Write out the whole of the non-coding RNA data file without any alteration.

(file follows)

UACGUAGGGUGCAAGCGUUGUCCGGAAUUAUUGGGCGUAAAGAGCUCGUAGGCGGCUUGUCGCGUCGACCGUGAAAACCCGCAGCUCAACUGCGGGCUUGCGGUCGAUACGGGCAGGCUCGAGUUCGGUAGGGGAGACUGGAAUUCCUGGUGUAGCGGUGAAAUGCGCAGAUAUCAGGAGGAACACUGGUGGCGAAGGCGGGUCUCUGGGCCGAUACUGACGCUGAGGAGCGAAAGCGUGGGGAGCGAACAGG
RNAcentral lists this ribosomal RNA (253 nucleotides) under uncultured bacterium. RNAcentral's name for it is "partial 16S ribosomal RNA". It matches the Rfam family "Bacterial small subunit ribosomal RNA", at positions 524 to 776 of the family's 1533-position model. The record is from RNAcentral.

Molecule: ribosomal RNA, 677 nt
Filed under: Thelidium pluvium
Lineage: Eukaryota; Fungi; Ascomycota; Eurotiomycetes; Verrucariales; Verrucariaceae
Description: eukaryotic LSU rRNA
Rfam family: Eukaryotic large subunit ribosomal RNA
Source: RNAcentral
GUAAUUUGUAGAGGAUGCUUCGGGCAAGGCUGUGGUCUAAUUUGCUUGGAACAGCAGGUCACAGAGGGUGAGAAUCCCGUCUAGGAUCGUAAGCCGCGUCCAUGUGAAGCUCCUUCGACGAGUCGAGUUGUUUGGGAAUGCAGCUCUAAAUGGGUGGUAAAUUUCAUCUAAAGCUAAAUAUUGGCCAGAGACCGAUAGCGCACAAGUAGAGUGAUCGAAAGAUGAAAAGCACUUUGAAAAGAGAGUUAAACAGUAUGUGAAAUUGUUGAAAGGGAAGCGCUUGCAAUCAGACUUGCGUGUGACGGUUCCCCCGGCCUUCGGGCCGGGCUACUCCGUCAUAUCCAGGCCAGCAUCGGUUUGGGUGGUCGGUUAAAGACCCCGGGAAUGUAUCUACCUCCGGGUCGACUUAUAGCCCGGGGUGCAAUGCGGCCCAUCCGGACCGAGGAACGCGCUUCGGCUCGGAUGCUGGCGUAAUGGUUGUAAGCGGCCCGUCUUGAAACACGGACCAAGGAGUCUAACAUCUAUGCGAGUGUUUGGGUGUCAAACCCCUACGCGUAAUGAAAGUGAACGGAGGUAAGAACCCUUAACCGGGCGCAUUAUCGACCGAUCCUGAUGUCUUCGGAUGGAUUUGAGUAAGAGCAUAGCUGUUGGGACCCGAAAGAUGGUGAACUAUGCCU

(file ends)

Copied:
UACGUAGGGUGCAAGCGUUGUCCGGAAUUAUUGGGCGUAAAGAGCUCGUAGGCGGCUUGUCGCGUCGACCGUGAAAACCCGCAGCUCAACUGCGGGCUUGCGGUCGAUACGGGCAGGCUCGAGUUCGGUAGGGGAGACUGGAAUUCCUGGUGUAGCGGUGAAAUGCGCAGAUAUCAGGAGGAACACUGGUGGCGAAGGCGGGUCUCUGGGCCGAUACUGACGCUGAGGAGCGAAAGCGUGGGGAGCGAACAGG
RNAcentral lists this ribosomal RNA (253 nucleotides) under uncultured bacterium. RNAcentral's name for it is "partial 16S ribosomal RNA". It matches the Rfam family "Bacterial small subunit ribosomal RNA", at positions 524 to 776 of the family's 1533-position model. The record is from RNAcentral.

Molecule: ribosomal RNA, 677 nt
Filed under: Thelidium pluvium
Lineage: Eukaryota; Fungi; Ascomycota; Eurotiomycetes; Verrucariales; Verrucariaceae
Description: eukaryotic LSU rRNA
Rfam family: Eukaryotic large subunit ribosomal RNA
Source: RNAcentral
GUAAUUUGUAGAGGAUGCUUCGGGCAAGGCUGUGGUCUAAUUUGCUUGGAACAGCAGGUCACAGAGGGUGAGAAUCCCGUCUAGGAUCGUAAGCCGCGUCCAUGUGAAGCUCCUUCGACGAGUCGAGUUGUUUGGGAAUGCAGCUCUAAAUGGGUGGUAAAUUUCAUCUAAAGCUAAAUAUUGGCCAGAGACCGAUAGCGCACAAGUAGAGUGAUCGAAAGAUGAAAAGCACUUUGAAAAGAGAGUUAAACAGUAUGUGAAAUUGUUGAAAGGGAAGCGCUUGCAAUCAGACUUGCGUGUGACGGUUCCCCCGGCCUUCGGGCCGGGCUACUCCGUCAUAUCCAGGCCAGCAUCGGUUUGGGUGGUCGGUUAAAGACCCCGGGAAUGUAUCUACCUCCGGGUCGACUUAUAGCCCGGGGUGCAAUGCGGCCCAUCCGGACCGAGGAACGCGCUUCGGCUCGGAUGCUGGCGUAAUGGUUGUAAGCGGCCCGUCUUGAAACACGGACCAAGGAGUCUAACAUCUAUGCGAGUGUUUGGGUGUCAAACCCCUACGCGUAAUGAAAGUGAACGGAGGUAAGAACCCUUAACCGGGCGCAUUAUCGACCGAUCCUGAUGUCUUCGGAUGGAUUUGAGUAAGAGCAUAGCUGUUGGGACCCGAAAGAUGGUGAACUAUGCCU